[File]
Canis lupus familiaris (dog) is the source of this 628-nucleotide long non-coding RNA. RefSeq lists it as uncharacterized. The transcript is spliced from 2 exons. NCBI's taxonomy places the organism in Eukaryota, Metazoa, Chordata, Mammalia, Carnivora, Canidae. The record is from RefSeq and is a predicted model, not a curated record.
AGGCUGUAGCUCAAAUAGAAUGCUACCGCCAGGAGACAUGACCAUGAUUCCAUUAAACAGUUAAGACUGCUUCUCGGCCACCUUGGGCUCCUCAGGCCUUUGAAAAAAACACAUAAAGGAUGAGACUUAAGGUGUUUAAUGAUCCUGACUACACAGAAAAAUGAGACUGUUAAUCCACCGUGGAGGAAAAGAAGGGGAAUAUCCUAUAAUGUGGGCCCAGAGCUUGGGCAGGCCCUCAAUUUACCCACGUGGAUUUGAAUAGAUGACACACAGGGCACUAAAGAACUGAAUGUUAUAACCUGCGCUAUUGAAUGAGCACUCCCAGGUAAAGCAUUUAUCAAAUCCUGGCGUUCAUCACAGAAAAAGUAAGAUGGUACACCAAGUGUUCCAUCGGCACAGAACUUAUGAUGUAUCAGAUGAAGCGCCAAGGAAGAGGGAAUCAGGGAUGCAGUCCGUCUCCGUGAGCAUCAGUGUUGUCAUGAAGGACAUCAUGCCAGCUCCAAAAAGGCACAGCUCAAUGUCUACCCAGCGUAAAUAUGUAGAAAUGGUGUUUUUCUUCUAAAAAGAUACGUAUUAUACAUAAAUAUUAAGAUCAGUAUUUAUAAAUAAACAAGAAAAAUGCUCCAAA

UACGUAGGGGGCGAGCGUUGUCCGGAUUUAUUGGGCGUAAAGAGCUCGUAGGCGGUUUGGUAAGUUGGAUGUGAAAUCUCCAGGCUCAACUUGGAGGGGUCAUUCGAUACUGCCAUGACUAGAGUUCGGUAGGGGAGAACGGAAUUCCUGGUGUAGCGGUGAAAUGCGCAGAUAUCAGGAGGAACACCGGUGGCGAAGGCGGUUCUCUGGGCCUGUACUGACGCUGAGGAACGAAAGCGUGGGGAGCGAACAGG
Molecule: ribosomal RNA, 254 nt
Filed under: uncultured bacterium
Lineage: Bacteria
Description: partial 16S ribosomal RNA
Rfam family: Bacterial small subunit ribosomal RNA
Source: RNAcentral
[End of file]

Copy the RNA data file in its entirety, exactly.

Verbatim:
Canis lupus familiaris (dog) is the source of this 628-nucleotide long non-coding RNA. RefSeq lists it as uncharacterized. The transcript is spliced from 2 exons. NCBI's taxonomy places the organism in Eukaryota, Metazoa, Chordata, Mammalia, Carnivora, Canidae. The record is from RefSeq and is a predicted model, not a curated record.
AGGCUGUAGCUCAAAUAGAAUGCUACCGCCAGGAGACAUGACCAUGAUUCCAUUAAACAGUUAAGACUGCUUCUCGGCCACCUUGGGCUCCUCAGGCCUUUGAAAAAAACACAUAAAGGAUGAGACUUAAGGUGUUUAAUGAUCCUGACUACACAGAAAAAUGAGACUGUUAAUCCACCGUGGAGGAAAAGAAGGGGAAUAUCCUAUAAUGUGGGCCCAGAGCUUGGGCAGGCCCUCAAUUUACCCACGUGGAUUUGAAUAGAUGACACACAGGGCACUAAAGAACUGAAUGUUAUAACCUGCGCUAUUGAAUGAGCACUCCCAGGUAAAGCAUUUAUCAAAUCCUGGCGUUCAUCACAGAAAAAGUAAGAUGGUACACCAAGUGUUCCAUCGGCACAGAACUUAUGAUGUAUCAGAUGAAGCGCCAAGGAAGAGGGAAUCAGGGAUGCAGUCCGUCUCCGUGAGCAUCAGUGUUGUCAUGAAGGACAUCAUGCCAGCUCCAAAAAGGCACAGCUCAAUGUCUACCCAGCGUAAAUAUGUAGAAAUGGUGUUUUUCUUCUAAAAAGAUACGUAUUAUACAUAAAUAUUAAGAUCAGUAUUUAUAAAUAAACAAGAAAAAUGCUCCAAA

UACGUAGGGGGCGAGCGUUGUCCGGAUUUAUUGGGCGUAAAGAGCUCGUAGGCGGUUUGGUAAGUUGGAUGUGAAAUCUCCAGGCUCAACUUGGAGGGGUCAUUCGAUACUGCCAUGACUAGAGUUCGGUAGGGGAGAACGGAAUUCCUGGUGUAGCGGUGAAAUGCGCAGAUAUCAGGAGGAACACCGGUGGCGAAGGCGGUUCUCUGGGCCUGUACUGACGCUGAGGAACGAAAGCGUGGGGAGCGAACAGG
Molecule: ribosomal RNA, 254 nt
Filed under: uncultured bacterium
Lineage: Bacteria
Description: partial 16S ribosomal RNA
Rfam family: Bacterial small subunit ribosomal RNA
Source: RNAcentral